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United States Department of Agriculture

Agricultural Research Service

Research Project: IMPROVED PLANT GENETIC RESOURCES FOR PASTURES AND RANGELANDS IN THE TEMPERATE SEMIARID REGIONS OF THE WESTERN U.S.

Location: Forage and Range Research

Title: Wildland Collection, Population Development, and Genetic Manipulation of Native Rangeland Grasses in the Intermountain West USA

Author
item JONES, THOMAS

Submitted to: International Rangeland Congress
Publication Type: Proceedings
Publication Acceptance Date: February 1, 2008
Publication Date: June 1, 2008
Citation: Jones, T.A. 2008. Wildland Collection, Population Development, and Genetic Manipulation of Native Rangeland Grasses in the Intermountain West USA. International Rangeland Congress.

Interpretive Summary: In the Intermountain West USA, a high demand for native plant materials exists, but customer expectations for native plant materials may be contradictory (Jones, 2003). Some customers spurn genetically manipulated or non-local plant materials, while others accept manipulation or non-local origin when necessary to achieve satisfactory performance. For certification purposes, the AOSCA pre-variety germplasm system accommodates manipulated and natural "tracks", various degrees of testing prior to release, and seed production located at both wildland in situ and cultivated ex situ sites. The USDA-ARS native plant material development program at Logan, Utah, seeks to deliver the best-performing materials possible that respect the variety of constraints or lack of constraints imposed by the customers. Markets for native rangeland grasses will increase in size as wildfires increase in frequency due to deteriorating ecological conditions of Intermountain rangelands. Demand for cultivars and pre-variety germplasms of native grasses with improved performance will increase as establishment success decreases due to competition from invasive species. Nevertheless, constraints on origin and manipulation of native plant materials will continue to be a reality. In the Intermountain West USA, plant material developers must continue to seek ways to enhance performance yet respect potential customer-driven constraints regarding plant material development whenever possible.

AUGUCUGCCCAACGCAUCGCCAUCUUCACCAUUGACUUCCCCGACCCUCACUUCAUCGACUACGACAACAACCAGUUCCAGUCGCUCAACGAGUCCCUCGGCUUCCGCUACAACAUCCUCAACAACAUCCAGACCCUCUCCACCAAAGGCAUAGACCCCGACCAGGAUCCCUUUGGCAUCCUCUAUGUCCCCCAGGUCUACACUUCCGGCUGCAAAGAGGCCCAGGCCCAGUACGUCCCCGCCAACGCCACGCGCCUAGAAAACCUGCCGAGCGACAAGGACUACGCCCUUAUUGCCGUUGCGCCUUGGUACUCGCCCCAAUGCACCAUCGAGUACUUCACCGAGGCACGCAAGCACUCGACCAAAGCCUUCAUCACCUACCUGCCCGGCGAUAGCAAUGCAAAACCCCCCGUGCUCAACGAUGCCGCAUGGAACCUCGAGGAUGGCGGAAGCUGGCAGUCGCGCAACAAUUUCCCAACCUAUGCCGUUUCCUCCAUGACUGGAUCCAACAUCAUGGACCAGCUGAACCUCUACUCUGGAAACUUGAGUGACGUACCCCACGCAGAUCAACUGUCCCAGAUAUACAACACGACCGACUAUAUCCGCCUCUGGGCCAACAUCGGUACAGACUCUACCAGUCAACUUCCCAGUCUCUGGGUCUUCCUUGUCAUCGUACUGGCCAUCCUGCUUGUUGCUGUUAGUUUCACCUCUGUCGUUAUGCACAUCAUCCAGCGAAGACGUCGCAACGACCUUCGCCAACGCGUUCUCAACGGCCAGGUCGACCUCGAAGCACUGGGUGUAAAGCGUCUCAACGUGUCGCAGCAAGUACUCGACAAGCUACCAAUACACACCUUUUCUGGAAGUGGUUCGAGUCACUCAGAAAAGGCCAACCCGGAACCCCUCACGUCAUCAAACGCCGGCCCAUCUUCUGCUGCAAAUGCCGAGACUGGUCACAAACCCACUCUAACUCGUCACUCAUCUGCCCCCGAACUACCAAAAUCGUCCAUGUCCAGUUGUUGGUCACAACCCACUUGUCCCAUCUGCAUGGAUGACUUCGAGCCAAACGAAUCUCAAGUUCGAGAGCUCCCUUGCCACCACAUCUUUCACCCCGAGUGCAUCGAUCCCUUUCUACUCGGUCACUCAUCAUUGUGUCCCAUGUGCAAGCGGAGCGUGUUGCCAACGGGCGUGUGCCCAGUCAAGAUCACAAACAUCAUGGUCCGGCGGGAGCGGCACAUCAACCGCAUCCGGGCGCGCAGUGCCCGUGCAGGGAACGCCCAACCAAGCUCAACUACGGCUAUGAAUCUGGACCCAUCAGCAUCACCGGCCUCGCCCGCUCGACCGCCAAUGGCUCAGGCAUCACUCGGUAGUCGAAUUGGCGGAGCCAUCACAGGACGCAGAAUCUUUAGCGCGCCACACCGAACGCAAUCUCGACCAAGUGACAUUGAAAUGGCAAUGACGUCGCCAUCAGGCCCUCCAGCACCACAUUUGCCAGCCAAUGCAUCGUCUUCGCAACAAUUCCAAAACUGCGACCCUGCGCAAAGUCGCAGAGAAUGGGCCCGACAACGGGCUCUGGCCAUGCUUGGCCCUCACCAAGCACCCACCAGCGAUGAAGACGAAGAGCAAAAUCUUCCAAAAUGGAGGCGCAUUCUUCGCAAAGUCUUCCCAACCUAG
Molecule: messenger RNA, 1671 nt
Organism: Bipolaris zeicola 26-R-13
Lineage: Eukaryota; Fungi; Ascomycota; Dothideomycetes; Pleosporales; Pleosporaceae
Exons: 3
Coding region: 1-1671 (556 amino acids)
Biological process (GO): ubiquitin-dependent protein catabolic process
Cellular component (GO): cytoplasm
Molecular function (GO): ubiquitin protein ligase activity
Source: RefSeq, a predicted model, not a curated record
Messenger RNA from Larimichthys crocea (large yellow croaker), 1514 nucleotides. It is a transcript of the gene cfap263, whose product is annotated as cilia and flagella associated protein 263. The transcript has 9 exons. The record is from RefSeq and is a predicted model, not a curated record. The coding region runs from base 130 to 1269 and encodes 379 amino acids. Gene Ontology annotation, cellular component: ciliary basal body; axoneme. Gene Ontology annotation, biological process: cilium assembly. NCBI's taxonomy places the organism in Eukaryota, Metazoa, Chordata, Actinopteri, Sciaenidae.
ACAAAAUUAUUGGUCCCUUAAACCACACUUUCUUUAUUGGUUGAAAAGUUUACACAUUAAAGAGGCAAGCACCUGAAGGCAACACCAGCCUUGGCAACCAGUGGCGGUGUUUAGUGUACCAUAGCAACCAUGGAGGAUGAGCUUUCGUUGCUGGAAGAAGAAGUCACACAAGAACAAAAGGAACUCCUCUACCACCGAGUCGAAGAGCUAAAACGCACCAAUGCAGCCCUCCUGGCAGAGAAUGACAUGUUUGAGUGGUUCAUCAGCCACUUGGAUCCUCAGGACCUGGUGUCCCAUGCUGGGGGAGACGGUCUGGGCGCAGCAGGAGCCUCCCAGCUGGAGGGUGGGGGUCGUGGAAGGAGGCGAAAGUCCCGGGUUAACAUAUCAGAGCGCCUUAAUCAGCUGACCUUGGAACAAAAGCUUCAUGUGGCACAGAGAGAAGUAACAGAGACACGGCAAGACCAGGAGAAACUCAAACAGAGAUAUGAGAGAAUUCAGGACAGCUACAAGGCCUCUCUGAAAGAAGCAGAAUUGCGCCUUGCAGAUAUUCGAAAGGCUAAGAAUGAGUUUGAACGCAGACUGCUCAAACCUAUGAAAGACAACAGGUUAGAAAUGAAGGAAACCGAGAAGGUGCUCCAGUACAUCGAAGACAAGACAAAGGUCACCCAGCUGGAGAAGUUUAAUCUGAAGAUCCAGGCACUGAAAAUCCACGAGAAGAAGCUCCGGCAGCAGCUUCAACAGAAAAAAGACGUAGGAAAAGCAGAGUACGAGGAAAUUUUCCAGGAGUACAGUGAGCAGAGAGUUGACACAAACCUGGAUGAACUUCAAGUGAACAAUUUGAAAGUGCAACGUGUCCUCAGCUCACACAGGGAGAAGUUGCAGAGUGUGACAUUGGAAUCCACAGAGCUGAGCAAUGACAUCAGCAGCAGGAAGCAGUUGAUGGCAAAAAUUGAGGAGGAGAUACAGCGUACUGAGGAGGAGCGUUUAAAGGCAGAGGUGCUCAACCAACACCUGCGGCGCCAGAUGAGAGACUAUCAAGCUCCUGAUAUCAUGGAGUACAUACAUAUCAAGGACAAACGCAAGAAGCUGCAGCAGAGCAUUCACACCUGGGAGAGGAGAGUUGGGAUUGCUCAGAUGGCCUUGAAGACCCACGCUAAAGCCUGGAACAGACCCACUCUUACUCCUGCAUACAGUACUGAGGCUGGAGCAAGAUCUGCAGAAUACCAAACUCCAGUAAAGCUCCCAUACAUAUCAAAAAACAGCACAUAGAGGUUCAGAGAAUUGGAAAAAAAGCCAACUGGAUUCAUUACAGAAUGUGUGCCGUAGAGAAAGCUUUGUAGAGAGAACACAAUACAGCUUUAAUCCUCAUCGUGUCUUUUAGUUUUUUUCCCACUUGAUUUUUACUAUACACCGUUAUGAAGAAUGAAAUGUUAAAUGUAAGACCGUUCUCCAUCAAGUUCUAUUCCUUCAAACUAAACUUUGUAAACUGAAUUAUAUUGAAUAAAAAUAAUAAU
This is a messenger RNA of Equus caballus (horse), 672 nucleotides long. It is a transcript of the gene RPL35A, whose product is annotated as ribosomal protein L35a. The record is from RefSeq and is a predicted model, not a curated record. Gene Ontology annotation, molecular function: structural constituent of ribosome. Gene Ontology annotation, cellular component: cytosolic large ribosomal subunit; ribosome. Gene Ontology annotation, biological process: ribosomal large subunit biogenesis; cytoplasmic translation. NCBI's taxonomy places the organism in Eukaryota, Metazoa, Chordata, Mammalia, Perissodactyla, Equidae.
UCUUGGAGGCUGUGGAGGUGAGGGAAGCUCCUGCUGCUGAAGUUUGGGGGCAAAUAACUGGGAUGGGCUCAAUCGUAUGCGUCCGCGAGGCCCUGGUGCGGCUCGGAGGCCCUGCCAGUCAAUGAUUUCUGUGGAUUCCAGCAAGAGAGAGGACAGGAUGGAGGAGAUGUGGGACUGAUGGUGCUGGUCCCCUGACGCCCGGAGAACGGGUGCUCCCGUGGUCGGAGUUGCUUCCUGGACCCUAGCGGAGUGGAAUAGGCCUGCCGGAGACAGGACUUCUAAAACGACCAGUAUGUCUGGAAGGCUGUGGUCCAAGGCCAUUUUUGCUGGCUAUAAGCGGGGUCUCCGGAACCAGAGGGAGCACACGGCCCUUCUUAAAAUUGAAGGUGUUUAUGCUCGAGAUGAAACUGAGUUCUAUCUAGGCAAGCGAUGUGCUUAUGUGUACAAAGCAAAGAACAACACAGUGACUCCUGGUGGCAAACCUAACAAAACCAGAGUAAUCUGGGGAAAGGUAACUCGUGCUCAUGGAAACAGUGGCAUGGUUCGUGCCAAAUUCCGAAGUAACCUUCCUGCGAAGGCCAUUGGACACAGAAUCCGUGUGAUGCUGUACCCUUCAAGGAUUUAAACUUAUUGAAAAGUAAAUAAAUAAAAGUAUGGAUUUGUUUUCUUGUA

Technical Abstract: In the Intermountain West USA, a high demand for native plant materials exists, but customer expectations for native plant materials may be contradictory (Jones, 2003). Some customers spurn genetically manipulated or non-local plant materials, while others accept manipulation or non-local origin when necessary to achieve satisfactory performance. For certification purposes, the AOSCA pre-variety germplasm system accommodates manipulated and natural "tracks", various degrees of testing prior to release, and seed production located at both wildland in situ and cultivated ex situ sites. The USDA-ARS native plant material development program at Logan, Utah, seeks to deliver the best-performing materials possible that respect the variety of constraints or lack of constraints imposed by the customers. Markets for native rangeland grasses will increase in size as wildfires increase in frequency due to deteriorating ecological conditions of Intermountain rangelands. Demand for cultivars and pre-variety germplasms of native grasses with improved performance will increase as establishment success decreases due to competition from invasive species. Nevertheless, constraints on origin and manipulation of native plant materials will continue to be a reality. In the Intermountain West USA, plant material developers must continue to seek ways to enhance performance yet respect potential customer-driven constraints regarding plant material development whenever possible.

Last Modified: 7/28/2014
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